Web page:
Activist charged over rally
Authorities yesterday charged human rights activist Jolovan Wham for organizing public assemblies without a police permit, prompting rights groups to call on the government to guarantee the right to peaceful assembly. The 37-year-old former executive director of a group advocating the rights of foreign workers in Singapore could be fined up to S$10,000 (US$7,435) or imprisoned for up to six months, or both, if found guilty of repeat offenses. Wham was involved in a protest in June by several blindfolded activists who held up books on a subway train in a call for justice for 22 people detained in 1987 under a tough internal security law. He was also charged for vandalism and refusing to sign statements made during investigations, the Singapore Police Force said. He faces a total of seven charges stemming from public assemblies he organized from November last year, it said. Human Rights Watch urged the government to drop the case against “peaceful protester” Wham and to amend what it called a “draconian” law on public order to guarantee Singaporeans the right to peaceful assembly. A pre-trial conference for the case will take place on Dec. 13.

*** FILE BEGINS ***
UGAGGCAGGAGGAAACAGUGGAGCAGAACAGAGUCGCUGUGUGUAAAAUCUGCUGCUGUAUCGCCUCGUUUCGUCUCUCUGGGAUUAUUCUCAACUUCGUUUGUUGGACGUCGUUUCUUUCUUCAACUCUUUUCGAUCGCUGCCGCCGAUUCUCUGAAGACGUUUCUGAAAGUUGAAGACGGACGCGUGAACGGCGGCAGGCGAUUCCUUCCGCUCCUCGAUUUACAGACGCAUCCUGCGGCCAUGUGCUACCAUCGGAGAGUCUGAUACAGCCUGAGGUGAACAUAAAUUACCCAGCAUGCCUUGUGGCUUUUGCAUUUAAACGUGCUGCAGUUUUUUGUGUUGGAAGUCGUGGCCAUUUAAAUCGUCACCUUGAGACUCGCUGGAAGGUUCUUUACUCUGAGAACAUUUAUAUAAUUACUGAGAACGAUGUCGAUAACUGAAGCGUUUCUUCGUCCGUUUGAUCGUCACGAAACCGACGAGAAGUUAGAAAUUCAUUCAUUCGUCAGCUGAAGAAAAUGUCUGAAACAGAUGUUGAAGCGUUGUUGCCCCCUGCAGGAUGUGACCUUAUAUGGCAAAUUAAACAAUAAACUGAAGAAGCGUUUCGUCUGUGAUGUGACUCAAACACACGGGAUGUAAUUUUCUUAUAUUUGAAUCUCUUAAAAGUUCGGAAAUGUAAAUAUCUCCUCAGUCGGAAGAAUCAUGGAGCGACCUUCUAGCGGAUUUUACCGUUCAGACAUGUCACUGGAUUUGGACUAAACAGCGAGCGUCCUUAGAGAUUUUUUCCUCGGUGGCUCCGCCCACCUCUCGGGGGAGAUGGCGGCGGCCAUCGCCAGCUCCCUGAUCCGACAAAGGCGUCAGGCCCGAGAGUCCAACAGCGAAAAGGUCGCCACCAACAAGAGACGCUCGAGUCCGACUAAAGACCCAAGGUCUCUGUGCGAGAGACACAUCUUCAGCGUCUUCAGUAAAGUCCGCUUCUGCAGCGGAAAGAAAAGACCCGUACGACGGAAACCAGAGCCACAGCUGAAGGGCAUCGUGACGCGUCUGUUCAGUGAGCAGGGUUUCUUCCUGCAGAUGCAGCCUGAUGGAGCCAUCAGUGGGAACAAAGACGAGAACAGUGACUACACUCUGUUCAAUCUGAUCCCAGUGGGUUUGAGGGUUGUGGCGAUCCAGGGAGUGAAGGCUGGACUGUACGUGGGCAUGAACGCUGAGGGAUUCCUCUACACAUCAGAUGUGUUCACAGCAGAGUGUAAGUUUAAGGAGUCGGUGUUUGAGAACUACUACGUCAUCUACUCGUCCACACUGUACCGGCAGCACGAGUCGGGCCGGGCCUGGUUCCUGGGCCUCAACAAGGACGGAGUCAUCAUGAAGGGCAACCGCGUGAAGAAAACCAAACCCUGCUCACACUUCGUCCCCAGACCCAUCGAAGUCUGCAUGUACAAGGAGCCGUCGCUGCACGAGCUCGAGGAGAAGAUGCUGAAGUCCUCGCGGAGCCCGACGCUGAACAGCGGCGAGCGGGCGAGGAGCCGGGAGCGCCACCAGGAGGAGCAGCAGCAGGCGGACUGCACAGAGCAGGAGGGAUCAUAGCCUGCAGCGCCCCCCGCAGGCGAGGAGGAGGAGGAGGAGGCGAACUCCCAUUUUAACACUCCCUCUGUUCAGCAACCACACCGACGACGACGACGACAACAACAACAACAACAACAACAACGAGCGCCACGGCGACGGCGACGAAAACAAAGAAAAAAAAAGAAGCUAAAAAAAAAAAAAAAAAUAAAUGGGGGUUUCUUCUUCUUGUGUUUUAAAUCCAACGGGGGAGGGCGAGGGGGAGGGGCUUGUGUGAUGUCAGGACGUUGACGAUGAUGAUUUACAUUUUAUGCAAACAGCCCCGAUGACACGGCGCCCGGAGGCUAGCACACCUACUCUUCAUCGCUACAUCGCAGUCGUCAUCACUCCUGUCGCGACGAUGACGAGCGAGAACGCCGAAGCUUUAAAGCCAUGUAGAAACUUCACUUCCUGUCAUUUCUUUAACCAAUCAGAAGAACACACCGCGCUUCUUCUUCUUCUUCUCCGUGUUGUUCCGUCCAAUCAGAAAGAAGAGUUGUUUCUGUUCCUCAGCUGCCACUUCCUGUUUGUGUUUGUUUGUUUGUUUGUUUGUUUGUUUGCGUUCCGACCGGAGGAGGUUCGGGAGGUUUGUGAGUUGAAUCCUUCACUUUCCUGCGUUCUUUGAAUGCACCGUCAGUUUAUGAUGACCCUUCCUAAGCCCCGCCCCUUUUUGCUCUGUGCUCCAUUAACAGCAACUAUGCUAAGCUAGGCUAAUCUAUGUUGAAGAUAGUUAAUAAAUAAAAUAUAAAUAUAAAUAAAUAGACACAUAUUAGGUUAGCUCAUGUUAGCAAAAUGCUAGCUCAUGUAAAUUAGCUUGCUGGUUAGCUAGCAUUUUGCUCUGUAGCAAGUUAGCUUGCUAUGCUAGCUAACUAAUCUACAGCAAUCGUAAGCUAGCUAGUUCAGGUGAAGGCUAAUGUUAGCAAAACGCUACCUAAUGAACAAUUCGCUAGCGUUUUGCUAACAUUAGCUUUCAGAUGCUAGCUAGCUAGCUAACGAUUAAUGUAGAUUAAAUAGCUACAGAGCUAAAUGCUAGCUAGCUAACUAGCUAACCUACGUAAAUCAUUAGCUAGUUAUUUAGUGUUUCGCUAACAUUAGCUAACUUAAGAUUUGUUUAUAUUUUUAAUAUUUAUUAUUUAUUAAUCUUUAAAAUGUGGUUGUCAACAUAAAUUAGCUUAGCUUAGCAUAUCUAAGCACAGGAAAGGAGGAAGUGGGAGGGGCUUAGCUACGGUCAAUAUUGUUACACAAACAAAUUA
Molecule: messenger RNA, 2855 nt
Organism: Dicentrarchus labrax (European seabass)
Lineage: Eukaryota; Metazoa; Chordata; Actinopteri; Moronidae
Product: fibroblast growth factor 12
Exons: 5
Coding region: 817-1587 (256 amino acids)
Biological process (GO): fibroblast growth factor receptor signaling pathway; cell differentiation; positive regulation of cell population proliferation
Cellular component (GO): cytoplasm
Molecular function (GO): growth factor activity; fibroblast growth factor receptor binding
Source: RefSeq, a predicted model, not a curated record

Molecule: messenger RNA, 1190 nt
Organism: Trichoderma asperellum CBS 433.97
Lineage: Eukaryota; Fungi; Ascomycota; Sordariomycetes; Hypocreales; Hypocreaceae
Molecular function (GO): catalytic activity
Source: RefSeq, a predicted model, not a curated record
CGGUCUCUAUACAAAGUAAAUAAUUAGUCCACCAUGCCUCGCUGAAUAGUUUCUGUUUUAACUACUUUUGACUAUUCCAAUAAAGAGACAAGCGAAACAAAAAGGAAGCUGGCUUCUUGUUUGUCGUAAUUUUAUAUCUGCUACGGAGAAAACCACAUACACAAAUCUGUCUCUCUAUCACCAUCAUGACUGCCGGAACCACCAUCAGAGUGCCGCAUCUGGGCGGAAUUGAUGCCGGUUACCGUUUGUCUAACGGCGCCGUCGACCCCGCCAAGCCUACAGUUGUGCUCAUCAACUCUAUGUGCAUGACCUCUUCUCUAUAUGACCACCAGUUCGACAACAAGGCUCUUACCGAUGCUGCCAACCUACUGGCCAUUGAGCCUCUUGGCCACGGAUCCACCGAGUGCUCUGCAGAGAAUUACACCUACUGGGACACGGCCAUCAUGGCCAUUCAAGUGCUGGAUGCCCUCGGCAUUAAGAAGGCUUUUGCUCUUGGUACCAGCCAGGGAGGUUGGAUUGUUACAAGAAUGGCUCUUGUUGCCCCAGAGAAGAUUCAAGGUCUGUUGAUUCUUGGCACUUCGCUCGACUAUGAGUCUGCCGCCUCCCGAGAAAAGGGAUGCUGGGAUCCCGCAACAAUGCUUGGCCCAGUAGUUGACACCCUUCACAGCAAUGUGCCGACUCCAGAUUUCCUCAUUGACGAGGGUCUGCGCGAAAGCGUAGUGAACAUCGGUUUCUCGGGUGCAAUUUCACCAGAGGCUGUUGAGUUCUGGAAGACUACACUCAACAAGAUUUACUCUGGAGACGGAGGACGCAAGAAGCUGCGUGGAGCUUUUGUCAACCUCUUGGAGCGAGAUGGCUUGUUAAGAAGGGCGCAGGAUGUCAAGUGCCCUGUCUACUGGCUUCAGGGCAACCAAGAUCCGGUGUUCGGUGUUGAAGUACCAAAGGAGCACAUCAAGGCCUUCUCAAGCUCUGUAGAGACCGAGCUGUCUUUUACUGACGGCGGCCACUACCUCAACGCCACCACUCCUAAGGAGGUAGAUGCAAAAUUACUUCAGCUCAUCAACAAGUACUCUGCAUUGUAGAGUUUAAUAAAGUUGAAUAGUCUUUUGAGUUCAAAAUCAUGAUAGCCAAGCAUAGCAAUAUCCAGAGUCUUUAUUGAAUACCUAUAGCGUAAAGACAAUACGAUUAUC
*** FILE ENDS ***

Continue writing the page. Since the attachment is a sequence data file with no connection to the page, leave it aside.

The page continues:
Hundreds more arrested
Prosecutors have issued detention warrants for 360 people in an operation targeting supporters of US-based cleric Fethullah Gulen within the army, state-run Anadolu news agency reported yesterday. It said 333 of those facing arrest in the Istanbul-based operation were soldiers, 216 of them serving personnel. Ankara accuses Gulen and his network of orchestrating an attempted coup last year. Gulen denies the charge. Istanbul police officers were continuing operations to capture the suspects, it said. The private Dogan news agency said seven of those facing arrest were pilots.
Classified army data online